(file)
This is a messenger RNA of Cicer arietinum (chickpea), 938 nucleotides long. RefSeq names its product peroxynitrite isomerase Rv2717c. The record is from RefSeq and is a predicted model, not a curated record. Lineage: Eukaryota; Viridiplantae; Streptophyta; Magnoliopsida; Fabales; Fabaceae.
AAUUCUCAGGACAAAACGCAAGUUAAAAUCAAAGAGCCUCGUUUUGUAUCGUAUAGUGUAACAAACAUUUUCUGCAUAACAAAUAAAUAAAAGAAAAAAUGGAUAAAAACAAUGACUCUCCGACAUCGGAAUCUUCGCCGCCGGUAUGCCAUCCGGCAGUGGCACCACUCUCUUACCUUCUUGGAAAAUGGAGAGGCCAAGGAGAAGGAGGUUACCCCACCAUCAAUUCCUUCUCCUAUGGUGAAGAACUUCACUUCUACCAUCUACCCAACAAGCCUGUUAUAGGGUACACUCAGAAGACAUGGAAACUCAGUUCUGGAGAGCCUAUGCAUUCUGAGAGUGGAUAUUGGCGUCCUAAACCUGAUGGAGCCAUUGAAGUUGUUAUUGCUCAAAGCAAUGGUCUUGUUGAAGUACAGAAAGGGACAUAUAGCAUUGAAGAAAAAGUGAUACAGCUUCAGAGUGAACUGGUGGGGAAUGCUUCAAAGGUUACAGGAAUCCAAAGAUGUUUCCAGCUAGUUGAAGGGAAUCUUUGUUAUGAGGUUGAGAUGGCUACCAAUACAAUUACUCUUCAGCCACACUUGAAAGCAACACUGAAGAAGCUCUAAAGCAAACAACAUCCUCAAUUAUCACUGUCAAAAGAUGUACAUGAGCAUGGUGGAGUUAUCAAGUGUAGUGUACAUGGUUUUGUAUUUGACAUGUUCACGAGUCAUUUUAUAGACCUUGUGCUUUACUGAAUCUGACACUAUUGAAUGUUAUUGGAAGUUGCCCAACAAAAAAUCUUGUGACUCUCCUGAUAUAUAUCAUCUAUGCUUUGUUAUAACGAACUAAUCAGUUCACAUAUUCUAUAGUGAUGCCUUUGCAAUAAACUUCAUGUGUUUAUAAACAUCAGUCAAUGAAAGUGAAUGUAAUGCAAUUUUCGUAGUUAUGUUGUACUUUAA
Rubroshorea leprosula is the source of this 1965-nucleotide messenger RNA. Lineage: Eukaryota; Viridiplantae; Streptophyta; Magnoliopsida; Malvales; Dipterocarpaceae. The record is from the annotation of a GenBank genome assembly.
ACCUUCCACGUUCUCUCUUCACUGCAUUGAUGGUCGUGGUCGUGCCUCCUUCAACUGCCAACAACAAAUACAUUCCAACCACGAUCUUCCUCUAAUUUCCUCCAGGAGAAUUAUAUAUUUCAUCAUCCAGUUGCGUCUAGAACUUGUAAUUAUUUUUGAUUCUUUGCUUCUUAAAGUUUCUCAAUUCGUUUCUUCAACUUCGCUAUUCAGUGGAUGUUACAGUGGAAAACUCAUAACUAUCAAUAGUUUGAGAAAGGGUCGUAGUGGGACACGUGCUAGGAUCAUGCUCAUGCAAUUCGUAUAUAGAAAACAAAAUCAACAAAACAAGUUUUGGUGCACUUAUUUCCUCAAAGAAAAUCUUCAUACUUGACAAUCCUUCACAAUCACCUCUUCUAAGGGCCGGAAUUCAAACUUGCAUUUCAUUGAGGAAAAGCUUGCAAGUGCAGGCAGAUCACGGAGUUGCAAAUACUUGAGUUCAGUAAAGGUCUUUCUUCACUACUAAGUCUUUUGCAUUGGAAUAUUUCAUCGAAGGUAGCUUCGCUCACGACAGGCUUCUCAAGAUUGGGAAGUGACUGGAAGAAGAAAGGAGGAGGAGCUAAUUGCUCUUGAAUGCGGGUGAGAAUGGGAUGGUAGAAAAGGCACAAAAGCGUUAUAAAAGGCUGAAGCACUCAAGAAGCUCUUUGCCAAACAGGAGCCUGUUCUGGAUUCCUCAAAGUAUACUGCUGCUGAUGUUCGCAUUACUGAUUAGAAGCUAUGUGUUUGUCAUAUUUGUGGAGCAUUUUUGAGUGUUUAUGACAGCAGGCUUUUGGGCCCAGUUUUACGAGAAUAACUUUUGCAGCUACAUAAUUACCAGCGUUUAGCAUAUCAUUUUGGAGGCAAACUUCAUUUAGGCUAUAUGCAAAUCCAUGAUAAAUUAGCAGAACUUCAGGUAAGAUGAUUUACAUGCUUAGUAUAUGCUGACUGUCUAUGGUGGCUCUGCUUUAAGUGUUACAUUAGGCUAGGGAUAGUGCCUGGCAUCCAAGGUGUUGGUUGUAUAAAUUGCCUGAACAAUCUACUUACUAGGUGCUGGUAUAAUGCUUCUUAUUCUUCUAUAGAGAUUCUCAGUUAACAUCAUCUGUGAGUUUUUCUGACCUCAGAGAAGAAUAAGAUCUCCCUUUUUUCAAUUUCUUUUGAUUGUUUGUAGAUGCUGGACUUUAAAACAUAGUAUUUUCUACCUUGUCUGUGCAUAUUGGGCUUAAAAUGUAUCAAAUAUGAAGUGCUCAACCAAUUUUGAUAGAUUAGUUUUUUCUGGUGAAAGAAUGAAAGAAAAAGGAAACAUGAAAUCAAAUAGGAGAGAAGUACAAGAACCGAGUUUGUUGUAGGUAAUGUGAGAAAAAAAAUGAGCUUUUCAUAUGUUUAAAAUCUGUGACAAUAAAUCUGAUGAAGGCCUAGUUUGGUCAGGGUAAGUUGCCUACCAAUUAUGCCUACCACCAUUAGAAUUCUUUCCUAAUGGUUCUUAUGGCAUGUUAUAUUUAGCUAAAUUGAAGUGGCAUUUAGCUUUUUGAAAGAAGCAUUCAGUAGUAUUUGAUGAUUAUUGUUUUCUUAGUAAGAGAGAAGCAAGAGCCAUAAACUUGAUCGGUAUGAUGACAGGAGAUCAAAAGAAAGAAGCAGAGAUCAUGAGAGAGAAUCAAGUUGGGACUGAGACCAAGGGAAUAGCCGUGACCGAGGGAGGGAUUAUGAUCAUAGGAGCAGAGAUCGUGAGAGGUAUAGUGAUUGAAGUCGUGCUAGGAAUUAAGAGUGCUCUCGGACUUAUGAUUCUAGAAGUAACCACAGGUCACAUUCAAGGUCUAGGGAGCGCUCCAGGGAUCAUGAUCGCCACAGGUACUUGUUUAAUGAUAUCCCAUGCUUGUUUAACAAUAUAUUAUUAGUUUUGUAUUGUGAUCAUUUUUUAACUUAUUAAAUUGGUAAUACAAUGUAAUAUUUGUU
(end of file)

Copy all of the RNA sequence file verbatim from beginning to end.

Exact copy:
This is a messenger RNA of Cicer arietinum (chickpea), 938 nucleotides long. RefSeq names its product peroxynitrite isomerase Rv2717c. The record is from RefSeq and is a predicted model, not a curated record. Lineage: Eukaryota; Viridiplantae; Streptophyta; Magnoliopsida; Fabales; Fabaceae.
AAUUCUCAGGACAAAACGCAAGUUAAAAUCAAAGAGCCUCGUUUUGUAUCGUAUAGUGUAACAAACAUUUUCUGCAUAACAAAUAAAUAAAAGAAAAAAUGGAUAAAAACAAUGACUCUCCGACAUCGGAAUCUUCGCCGCCGGUAUGCCAUCCGGCAGUGGCACCACUCUCUUACCUUCUUGGAAAAUGGAGAGGCCAAGGAGAAGGAGGUUACCCCACCAUCAAUUCCUUCUCCUAUGGUGAAGAACUUCACUUCUACCAUCUACCCAACAAGCCUGUUAUAGGGUACACUCAGAAGACAUGGAAACUCAGUUCUGGAGAGCCUAUGCAUUCUGAGAGUGGAUAUUGGCGUCCUAAACCUGAUGGAGCCAUUGAAGUUGUUAUUGCUCAAAGCAAUGGUCUUGUUGAAGUACAGAAAGGGACAUAUAGCAUUGAAGAAAAAGUGAUACAGCUUCAGAGUGAACUGGUGGGGAAUGCUUCAAAGGUUACAGGAAUCCAAAGAUGUUUCCAGCUAGUUGAAGGGAAUCUUUGUUAUGAGGUUGAGAUGGCUACCAAUACAAUUACUCUUCAGCCACACUUGAAAGCAACACUGAAGAAGCUCUAAAGCAAACAACAUCCUCAAUUAUCACUGUCAAAAGAUGUACAUGAGCAUGGUGGAGUUAUCAAGUGUAGUGUACAUGGUUUUGUAUUUGACAUGUUCACGAGUCAUUUUAUAGACCUUGUGCUUUACUGAAUCUGACACUAUUGAAUGUUAUUGGAAGUUGCCCAACAAAAAAUCUUGUGACUCUCCUGAUAUAUAUCAUCUAUGCUUUGUUAUAACGAACUAAUCAGUUCACAUAUUCUAUAGUGAUGCCUUUGCAAUAAACUUCAUGUGUUUAUAAACAUCAGUCAAUGAAAGUGAAUGUAAUGCAAUUUUCGUAGUUAUGUUGUACUUUAA
Rubroshorea leprosula is the source of this 1965-nucleotide messenger RNA. Lineage: Eukaryota; Viridiplantae; Streptophyta; Magnoliopsida; Malvales; Dipterocarpaceae. The record is from the annotation of a GenBank genome assembly.
ACCUUCCACGUUCUCUCUUCACUGCAUUGAUGGUCGUGGUCGUGCCUCCUUCAACUGCCAACAACAAAUACAUUCCAACCACGAUCUUCCUCUAAUUUCCUCCAGGAGAAUUAUAUAUUUCAUCAUCCAGUUGCGUCUAGAACUUGUAAUUAUUUUUGAUUCUUUGCUUCUUAAAGUUUCUCAAUUCGUUUCUUCAACUUCGCUAUUCAGUGGAUGUUACAGUGGAAAACUCAUAACUAUCAAUAGUUUGAGAAAGGGUCGUAGUGGGACACGUGCUAGGAUCAUGCUCAUGCAAUUCGUAUAUAGAAAACAAAAUCAACAAAACAAGUUUUGGUGCACUUAUUUCCUCAAAGAAAAUCUUCAUACUUGACAAUCCUUCACAAUCACCUCUUCUAAGGGCCGGAAUUCAAACUUGCAUUUCAUUGAGGAAAAGCUUGCAAGUGCAGGCAGAUCACGGAGUUGCAAAUACUUGAGUUCAGUAAAGGUCUUUCUUCACUACUAAGUCUUUUGCAUUGGAAUAUUUCAUCGAAGGUAGCUUCGCUCACGACAGGCUUCUCAAGAUUGGGAAGUGACUGGAAGAAGAAAGGAGGAGGAGCUAAUUGCUCUUGAAUGCGGGUGAGAAUGGGAUGGUAGAAAAGGCACAAAAGCGUUAUAAAAGGCUGAAGCACUCAAGAAGCUCUUUGCCAAACAGGAGCCUGUUCUGGAUUCCUCAAAGUAUACUGCUGCUGAUGUUCGCAUUACUGAUUAGAAGCUAUGUGUUUGUCAUAUUUGUGGAGCAUUUUUGAGUGUUUAUGACAGCAGGCUUUUGGGCCCAGUUUUACGAGAAUAACUUUUGCAGCUACAUAAUUACCAGCGUUUAGCAUAUCAUUUUGGAGGCAAACUUCAUUUAGGCUAUAUGCAAAUCCAUGAUAAAUUAGCAGAACUUCAGGUAAGAUGAUUUACAUGCUUAGUAUAUGCUGACUGUCUAUGGUGGCUCUGCUUUAAGUGUUACAUUAGGCUAGGGAUAGUGCCUGGCAUCCAAGGUGUUGGUUGUAUAAAUUGCCUGAACAAUCUACUUACUAGGUGCUGGUAUAAUGCUUCUUAUUCUUCUAUAGAGAUUCUCAGUUAACAUCAUCUGUGAGUUUUUCUGACCUCAGAGAAGAAUAAGAUCUCCCUUUUUUCAAUUUCUUUUGAUUGUUUGUAGAUGCUGGACUUUAAAACAUAGUAUUUUCUACCUUGUCUGUGCAUAUUGGGCUUAAAAUGUAUCAAAUAUGAAGUGCUCAACCAAUUUUGAUAGAUUAGUUUUUUCUGGUGAAAGAAUGAAAGAAAAAGGAAACAUGAAAUCAAAUAGGAGAGAAGUACAAGAACCGAGUUUGUUGUAGGUAAUGUGAGAAAAAAAAUGAGCUUUUCAUAUGUUUAAAAUCUGUGACAAUAAAUCUGAUGAAGGCCUAGUUUGGUCAGGGUAAGUUGCCUACCAAUUAUGCCUACCACCAUUAGAAUUCUUUCCUAAUGGUUCUUAUGGCAUGUUAUAUUUAGCUAAAUUGAAGUGGCAUUUAGCUUUUUGAAAGAAGCAUUCAGUAGUAUUUGAUGAUUAUUGUUUUCUUAGUAAGAGAGAAGCAAGAGCCAUAAACUUGAUCGGUAUGAUGACAGGAGAUCAAAAGAAAGAAGCAGAGAUCAUGAGAGAGAAUCAAGUUGGGACUGAGACCAAGGGAAUAGCCGUGACCGAGGGAGGGAUUAUGAUCAUAGGAGCAGAGAUCGUGAGAGGUAUAGUGAUUGAAGUCGUGCUAGGAAUUAAGAGUGCUCUCGGACUUAUGAUUCUAGAAGUAACCACAGGUCACAUUCAAGGUCUAGGGAGCGCUCCAGGGAUCAUGAUCGCCACAGGUACUUGUUUAAUGAUAUCCCAUGCUUGUUUAACAAUAUAUUAUUAGUUUUGUAUUGUGAUCAUUUUUUAACUUAUUAAAUUGGUAAUACAAUGUAAUAUUUGUU